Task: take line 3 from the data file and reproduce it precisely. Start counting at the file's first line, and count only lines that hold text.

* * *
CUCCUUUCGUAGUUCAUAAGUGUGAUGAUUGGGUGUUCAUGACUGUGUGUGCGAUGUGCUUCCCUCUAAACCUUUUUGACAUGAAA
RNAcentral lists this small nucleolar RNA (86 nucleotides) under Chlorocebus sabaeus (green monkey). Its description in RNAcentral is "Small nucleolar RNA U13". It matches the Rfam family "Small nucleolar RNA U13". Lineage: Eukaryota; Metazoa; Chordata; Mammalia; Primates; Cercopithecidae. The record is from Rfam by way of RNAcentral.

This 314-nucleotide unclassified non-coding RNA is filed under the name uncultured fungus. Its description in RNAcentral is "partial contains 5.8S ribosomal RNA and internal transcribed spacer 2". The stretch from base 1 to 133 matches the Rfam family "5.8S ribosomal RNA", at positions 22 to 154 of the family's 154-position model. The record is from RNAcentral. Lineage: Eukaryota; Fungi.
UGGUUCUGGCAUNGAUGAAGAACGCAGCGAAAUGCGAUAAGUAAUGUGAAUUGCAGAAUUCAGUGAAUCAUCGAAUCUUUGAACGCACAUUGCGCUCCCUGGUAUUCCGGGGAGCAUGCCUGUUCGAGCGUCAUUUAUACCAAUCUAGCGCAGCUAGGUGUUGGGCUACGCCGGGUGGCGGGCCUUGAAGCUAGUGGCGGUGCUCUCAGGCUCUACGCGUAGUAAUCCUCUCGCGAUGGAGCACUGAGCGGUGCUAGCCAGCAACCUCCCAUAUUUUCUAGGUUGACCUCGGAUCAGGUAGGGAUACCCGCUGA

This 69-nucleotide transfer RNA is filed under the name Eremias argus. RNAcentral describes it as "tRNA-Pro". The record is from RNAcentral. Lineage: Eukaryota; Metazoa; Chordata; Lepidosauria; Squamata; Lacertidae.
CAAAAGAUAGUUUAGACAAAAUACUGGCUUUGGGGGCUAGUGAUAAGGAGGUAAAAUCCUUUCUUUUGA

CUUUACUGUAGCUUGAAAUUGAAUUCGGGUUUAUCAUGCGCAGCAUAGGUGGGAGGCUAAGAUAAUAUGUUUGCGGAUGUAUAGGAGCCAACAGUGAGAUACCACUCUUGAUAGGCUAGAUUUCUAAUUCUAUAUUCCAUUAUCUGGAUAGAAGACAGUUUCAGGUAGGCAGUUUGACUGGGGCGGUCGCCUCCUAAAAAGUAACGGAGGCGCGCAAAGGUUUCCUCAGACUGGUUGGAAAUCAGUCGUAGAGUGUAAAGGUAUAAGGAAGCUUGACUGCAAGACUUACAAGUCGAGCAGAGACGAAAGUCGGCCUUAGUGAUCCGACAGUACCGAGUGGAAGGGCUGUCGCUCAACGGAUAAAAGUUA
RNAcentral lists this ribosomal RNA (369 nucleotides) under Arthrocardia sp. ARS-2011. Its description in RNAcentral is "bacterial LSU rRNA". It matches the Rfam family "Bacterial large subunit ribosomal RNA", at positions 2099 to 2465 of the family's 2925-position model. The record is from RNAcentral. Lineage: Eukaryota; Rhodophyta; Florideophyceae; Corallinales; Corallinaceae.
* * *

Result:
This 314-nucleotide unclassified non-coding RNA is filed under the name uncultured fungus. Its description in RNAcentral is "partial contains 5.8S ribosomal RNA and internal transcribed spacer 2". The stretch from base 1 to 133 matches the Rfam family "5.8S ribosomal RNA", at positions 22 to 154 of the family's 154-position model. The record is from RNAcentral. Lineage: Eukaryota; Fungi.